Patients' fearsBMJ 2000; 321 doi: https://doi.org/10.1136/bmj.321.7270.1233/a (Published 11 November 2000) Cite this as: BMJ 2000;321:1233
If I read Balint, or some other such navel gazer, I'm told that I must understand my patients' hidden fears in order to empathise and deal with them. Like so many of the observations in such books, it seems so self evidently true that to state it at all seems almost a redundant use of words.
I seem to be able to read books on consultation technique, agree with everything that is said, and have no recall whatsoever of what was in the book five minutes after putting it down.
Unquestionably it is true that it is the timid—those who expect little of life and fear the most—who predominate in the waiting room. They are people who keep their heads down and hope that the monumental storms that sweep the landscape of the world will pass them by. And in the process they watch their symptoms carefully, waiting for a malevolent god to strike.
So we are told that we must delve down into our patients' hidden agendas and empathise with their fears. But isn't there something a touch patronising in this view? The picture emerges of the doctor, mighty in his or her comprehension, identifying the fears that even the frightened little patients don't know that they have. Cynthia Green has come in asking me about her muzzy headache, but I know that the real reason is that she's afraid that her husband will leave her.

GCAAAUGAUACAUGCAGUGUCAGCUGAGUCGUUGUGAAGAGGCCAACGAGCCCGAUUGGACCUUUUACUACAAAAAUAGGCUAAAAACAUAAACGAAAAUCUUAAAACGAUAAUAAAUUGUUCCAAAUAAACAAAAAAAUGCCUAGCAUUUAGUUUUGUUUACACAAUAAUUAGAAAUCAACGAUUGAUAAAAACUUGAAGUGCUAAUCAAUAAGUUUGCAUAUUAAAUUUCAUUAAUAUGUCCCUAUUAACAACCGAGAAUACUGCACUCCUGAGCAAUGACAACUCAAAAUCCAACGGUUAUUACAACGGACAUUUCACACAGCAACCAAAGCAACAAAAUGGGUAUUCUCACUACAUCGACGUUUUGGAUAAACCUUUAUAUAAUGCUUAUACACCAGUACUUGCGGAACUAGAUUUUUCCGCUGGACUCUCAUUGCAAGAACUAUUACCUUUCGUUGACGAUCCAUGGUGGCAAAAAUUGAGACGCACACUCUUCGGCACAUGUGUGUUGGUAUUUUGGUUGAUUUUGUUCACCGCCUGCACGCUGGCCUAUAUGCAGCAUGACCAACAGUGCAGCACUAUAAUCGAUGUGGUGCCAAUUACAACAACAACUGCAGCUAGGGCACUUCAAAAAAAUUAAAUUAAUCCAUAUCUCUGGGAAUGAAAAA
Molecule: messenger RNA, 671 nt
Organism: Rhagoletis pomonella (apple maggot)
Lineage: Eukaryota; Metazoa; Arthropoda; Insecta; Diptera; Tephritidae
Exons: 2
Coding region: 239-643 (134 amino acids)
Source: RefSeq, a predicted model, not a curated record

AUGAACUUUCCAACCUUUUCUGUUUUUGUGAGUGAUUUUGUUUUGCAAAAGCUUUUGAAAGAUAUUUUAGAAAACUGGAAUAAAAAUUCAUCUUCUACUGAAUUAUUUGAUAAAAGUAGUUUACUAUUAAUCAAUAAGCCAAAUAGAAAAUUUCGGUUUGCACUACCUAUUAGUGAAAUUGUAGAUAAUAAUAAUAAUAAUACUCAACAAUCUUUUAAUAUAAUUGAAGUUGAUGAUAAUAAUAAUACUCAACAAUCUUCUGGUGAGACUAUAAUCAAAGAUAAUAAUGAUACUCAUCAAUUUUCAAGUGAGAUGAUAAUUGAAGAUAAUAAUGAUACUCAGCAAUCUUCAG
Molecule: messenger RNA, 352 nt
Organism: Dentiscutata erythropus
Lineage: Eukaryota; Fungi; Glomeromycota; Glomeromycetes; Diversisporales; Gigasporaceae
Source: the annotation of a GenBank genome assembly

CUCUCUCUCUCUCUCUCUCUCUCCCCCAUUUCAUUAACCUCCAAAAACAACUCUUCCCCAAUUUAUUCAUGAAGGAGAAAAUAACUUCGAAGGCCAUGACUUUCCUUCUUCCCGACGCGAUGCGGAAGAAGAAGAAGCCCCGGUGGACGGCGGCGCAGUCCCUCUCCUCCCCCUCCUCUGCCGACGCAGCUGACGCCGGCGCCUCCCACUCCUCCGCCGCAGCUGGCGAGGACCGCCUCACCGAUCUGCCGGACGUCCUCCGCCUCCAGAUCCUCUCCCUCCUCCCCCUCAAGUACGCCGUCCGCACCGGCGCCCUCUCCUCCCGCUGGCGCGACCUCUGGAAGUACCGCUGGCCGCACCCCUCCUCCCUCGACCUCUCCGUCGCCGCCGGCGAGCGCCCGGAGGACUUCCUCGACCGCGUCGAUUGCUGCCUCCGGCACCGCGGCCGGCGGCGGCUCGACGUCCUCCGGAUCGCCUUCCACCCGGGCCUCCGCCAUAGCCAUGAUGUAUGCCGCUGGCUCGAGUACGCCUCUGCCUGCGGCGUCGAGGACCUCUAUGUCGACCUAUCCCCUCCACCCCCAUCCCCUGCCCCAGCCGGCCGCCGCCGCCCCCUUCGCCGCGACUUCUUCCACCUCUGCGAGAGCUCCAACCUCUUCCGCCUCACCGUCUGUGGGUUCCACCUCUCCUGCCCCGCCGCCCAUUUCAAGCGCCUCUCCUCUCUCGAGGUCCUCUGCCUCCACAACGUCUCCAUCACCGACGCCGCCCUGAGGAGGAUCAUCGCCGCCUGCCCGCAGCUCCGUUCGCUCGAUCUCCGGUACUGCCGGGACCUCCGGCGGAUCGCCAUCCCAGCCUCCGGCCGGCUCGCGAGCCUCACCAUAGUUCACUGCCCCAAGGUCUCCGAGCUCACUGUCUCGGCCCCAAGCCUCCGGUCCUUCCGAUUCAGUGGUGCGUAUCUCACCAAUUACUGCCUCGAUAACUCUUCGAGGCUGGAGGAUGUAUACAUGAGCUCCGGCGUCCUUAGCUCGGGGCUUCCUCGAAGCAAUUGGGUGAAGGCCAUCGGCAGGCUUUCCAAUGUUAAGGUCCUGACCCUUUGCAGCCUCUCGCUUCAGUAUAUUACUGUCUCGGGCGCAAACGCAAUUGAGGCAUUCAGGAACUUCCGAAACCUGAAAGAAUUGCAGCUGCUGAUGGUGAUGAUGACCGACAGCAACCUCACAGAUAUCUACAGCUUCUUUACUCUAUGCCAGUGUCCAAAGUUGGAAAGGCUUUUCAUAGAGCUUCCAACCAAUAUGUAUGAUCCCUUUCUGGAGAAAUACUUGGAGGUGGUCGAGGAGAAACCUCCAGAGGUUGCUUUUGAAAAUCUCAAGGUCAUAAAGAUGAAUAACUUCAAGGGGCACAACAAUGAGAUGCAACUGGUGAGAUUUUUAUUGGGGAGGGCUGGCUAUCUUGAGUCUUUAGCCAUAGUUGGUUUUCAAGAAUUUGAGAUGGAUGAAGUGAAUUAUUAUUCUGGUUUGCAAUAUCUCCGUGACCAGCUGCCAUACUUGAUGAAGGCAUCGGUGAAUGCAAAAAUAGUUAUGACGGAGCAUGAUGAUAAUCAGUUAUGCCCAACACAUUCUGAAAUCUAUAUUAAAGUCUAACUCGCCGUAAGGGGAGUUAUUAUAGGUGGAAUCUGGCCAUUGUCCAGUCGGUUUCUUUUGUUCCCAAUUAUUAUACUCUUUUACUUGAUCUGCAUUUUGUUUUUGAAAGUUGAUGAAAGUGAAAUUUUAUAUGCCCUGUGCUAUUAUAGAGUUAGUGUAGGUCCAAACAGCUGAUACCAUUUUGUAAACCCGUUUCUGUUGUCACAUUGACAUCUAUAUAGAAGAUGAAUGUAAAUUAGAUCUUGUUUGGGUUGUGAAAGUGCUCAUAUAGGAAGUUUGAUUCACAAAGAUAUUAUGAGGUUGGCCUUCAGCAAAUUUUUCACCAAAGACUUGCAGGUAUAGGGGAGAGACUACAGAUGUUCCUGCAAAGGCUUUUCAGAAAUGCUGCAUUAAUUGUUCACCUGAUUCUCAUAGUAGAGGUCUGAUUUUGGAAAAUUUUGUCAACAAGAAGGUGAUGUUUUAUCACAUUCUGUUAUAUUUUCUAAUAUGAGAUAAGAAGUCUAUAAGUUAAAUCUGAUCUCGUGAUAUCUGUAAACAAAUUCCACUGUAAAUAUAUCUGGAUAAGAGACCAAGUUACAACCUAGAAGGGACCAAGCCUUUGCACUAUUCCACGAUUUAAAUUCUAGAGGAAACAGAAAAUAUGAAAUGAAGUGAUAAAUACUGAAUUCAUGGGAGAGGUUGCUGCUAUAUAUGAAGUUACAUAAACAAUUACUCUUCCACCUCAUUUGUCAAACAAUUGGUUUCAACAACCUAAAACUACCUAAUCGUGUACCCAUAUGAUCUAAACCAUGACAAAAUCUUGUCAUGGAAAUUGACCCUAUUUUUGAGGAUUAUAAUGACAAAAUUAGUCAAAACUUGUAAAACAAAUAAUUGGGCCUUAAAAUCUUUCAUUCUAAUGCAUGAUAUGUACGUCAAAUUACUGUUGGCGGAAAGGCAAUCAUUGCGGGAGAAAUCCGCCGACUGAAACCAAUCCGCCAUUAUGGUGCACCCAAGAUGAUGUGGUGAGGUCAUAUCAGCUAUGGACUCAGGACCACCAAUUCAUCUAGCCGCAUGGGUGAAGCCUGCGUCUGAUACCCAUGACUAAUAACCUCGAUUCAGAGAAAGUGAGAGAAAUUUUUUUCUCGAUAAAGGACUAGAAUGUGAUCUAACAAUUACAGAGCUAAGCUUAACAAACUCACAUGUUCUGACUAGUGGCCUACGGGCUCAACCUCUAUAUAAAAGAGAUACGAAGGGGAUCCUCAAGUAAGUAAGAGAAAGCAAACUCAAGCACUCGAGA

And yet surely we're deluding ourselves? On those days when I stride into the surgery like a colossus (sort of), I am immortal. Expecting me, at such times, to really understand Mrs Green's fragile world view is like asking Pete Sampras to empathise with the deficiencies of my tennis service. But at three o'clock in the morning, fretting about my daughter's confidence at her new school, my wife's fatigue at working too hard, and the large cluster of lymph nodes I've just found in my neck—at such times I'm right there with Mrs Green—the world scares the shit out of me.
It's not that I think it's a bad thing to try to understand patients' fears. But I do wonder if it is a trifle smug to assume that we can. I think in future I'll just accept that my insight into patients is less than perfect, and fight back the temptation to psychoanalyse them.
But isn't there something a touch patronising in this view?